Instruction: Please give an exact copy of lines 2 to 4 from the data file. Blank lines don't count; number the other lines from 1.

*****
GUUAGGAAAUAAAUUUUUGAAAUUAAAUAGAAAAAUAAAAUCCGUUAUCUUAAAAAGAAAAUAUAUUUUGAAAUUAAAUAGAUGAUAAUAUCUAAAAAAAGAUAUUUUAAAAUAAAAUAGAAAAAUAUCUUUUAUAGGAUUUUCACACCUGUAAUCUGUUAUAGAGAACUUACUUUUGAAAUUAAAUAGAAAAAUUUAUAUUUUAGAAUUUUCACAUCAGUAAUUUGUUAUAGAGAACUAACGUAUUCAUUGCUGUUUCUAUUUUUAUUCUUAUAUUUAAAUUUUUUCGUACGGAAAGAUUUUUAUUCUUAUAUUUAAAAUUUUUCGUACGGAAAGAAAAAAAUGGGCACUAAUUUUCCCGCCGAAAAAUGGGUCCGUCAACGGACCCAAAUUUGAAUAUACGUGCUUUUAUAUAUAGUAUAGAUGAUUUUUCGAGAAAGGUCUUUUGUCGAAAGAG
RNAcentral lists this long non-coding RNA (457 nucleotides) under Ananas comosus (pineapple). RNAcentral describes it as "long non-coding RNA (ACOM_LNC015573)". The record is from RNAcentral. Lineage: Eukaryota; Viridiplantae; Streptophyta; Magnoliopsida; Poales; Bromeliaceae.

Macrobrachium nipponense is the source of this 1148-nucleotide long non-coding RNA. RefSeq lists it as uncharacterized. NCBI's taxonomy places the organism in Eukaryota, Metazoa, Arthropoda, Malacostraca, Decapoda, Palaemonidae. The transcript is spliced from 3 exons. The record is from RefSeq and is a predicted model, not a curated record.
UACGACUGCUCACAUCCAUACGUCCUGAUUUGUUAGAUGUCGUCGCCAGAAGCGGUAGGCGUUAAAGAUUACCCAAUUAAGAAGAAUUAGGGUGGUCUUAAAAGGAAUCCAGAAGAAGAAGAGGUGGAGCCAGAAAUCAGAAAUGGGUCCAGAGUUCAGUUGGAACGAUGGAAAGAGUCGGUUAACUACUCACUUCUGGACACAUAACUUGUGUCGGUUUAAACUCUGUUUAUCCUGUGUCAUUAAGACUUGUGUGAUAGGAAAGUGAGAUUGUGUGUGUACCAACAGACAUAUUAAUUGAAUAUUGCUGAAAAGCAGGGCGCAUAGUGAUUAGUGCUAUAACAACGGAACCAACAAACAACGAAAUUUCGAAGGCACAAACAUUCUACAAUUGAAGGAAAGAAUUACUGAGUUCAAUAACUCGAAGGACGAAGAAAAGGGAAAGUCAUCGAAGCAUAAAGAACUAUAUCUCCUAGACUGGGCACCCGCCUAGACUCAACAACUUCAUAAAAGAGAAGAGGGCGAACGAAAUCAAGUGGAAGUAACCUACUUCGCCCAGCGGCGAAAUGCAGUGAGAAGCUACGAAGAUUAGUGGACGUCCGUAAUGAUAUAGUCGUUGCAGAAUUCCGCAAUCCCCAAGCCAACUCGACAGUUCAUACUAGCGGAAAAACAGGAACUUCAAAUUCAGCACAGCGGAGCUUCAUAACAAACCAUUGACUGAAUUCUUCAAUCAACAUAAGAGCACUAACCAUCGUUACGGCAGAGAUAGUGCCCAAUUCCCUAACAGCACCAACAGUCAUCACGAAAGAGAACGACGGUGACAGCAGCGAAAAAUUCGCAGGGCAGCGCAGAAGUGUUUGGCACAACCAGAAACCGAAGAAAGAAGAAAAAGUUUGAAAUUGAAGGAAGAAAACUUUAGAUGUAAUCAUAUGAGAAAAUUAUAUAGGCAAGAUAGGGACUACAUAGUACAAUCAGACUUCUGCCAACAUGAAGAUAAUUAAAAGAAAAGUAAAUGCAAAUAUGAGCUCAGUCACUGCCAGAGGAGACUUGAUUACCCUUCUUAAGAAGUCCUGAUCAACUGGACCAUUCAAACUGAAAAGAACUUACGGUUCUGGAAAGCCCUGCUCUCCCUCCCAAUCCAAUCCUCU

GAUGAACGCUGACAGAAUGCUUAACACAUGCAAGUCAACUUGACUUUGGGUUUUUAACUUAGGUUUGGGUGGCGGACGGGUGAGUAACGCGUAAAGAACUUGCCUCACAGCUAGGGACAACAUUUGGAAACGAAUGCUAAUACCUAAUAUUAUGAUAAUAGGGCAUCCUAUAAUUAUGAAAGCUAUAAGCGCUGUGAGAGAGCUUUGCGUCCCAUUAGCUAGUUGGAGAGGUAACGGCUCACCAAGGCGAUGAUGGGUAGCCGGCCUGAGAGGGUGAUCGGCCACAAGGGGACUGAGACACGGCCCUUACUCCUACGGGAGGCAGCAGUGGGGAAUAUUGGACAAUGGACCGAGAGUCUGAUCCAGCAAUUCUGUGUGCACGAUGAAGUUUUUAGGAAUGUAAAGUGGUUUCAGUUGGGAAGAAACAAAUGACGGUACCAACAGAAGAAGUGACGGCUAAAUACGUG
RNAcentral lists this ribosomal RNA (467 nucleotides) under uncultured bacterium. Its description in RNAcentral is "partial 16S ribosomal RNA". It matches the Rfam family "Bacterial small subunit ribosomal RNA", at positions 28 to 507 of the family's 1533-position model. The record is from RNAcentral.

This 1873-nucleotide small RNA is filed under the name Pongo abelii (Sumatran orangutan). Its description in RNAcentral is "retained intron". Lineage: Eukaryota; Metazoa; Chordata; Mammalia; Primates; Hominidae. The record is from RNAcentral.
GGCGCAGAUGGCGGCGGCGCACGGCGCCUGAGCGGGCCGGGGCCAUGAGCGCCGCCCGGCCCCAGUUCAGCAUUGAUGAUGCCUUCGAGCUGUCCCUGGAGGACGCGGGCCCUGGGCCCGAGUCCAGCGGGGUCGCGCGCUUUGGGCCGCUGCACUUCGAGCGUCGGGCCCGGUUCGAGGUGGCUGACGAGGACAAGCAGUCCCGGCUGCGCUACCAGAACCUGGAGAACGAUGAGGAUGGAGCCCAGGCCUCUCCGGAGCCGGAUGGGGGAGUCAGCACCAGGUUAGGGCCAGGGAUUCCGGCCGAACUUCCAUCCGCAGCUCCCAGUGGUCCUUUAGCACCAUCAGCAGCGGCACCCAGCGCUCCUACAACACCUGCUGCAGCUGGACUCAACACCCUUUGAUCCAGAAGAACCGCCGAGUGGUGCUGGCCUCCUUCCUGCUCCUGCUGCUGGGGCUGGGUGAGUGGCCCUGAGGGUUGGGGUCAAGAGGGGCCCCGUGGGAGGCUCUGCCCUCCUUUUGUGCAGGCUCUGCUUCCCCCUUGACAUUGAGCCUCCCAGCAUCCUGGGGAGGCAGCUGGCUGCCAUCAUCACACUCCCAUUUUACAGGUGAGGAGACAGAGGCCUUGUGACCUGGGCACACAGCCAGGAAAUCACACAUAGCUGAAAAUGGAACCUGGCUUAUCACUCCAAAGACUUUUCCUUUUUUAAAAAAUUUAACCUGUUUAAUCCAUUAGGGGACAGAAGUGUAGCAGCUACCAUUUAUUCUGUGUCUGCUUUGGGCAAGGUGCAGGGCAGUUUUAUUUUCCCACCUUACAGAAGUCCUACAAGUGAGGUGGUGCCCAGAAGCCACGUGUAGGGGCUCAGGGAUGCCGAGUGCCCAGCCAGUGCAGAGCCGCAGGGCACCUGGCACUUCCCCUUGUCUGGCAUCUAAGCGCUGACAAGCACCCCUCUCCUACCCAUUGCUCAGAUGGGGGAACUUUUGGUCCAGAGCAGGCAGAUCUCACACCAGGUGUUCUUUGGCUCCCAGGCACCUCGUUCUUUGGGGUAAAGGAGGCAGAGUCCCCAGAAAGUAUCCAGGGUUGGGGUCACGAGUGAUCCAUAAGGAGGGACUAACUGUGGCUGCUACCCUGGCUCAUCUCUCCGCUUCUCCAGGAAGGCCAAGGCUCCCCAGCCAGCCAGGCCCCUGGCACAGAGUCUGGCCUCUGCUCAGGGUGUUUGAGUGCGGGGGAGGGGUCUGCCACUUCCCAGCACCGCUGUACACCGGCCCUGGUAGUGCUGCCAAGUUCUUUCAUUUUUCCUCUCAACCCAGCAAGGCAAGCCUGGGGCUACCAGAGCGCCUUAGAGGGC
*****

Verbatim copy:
RNAcentral lists this long non-coding RNA (457 nucleotides) under Ananas comosus (pineapple). RNAcentral describes it as "long non-coding RNA (ACOM_LNC015573)". The record is from RNAcentral. Lineage: Eukaryota; Viridiplantae; Streptophyta; Magnoliopsida; Poales; Bromeliaceae.

Macrobrachium nipponense is the source of this 1148-nucleotide long non-coding RNA. RefSeq lists it as uncharacterized. NCBI's taxonomy places the organism in Eukaryota, Metazoa, Arthropoda, Malacostraca, Decapoda, Palaemonidae. The transcript is spliced from 3 exons. The record is from RefSeq and is a predicted model, not a curated record.
UACGACUGCUCACAUCCAUACGUCCUGAUUUGUUAGAUGUCGUCGCCAGAAGCGGUAGGCGUUAAAGAUUACCCAAUUAAGAAGAAUUAGGGUGGUCUUAAAAGGAAUCCAGAAGAAGAAGAGGUGGAGCCAGAAAUCAGAAAUGGGUCCAGAGUUCAGUUGGAACGAUGGAAAGAGUCGGUUAACUACUCACUUCUGGACACAUAACUUGUGUCGGUUUAAACUCUGUUUAUCCUGUGUCAUUAAGACUUGUGUGAUAGGAAAGUGAGAUUGUGUGUGUACCAACAGACAUAUUAAUUGAAUAUUGCUGAAAAGCAGGGCGCAUAGUGAUUAGUGCUAUAACAACGGAACCAACAAACAACGAAAUUUCGAAGGCACAAACAUUCUACAAUUGAAGGAAAGAAUUACUGAGUUCAAUAACUCGAAGGACGAAGAAAAGGGAAAGUCAUCGAAGCAUAAAGAACUAUAUCUCCUAGACUGGGCACCCGCCUAGACUCAACAACUUCAUAAAAGAGAAGAGGGCGAACGAAAUCAAGUGGAAGUAACCUACUUCGCCCAGCGGCGAAAUGCAGUGAGAAGCUACGAAGAUUAGUGGACGUCCGUAAUGAUAUAGUCGUUGCAGAAUUCCGCAAUCCCCAAGCCAACUCGACAGUUCAUACUAGCGGAAAAACAGGAACUUCAAAUUCAGCACAGCGGAGCUUCAUAACAAACCAUUGACUGAAUUCUUCAAUCAACAUAAGAGCACUAACCAUCGUUACGGCAGAGAUAGUGCCCAAUUCCCUAACAGCACCAACAGUCAUCACGAAAGAGAACGACGGUGACAGCAGCGAAAAAUUCGCAGGGCAGCGCAGAAGUGUUUGGCACAACCAGAAACCGAAGAAAGAAGAAAAAGUUUGAAAUUGAAGGAAGAAAACUUUAGAUGUAAUCAUAUGAGAAAAUUAUAUAGGCAAGAUAGGGACUACAUAGUACAAUCAGACUUCUGCCAACAUGAAGAUAAUUAAAAGAAAAGUAAAUGCAAAUAUGAGCUCAGUCACUGCCAGAGGAGACUUGAUUACCCUUCUUAAGAAGUCCUGAUCAACUGGACCAUUCAAACUGAAAAGAACUUACGGUUCUGGAAAGCCCUGCUCUCCCUCCCAAUCCAAUCCUCU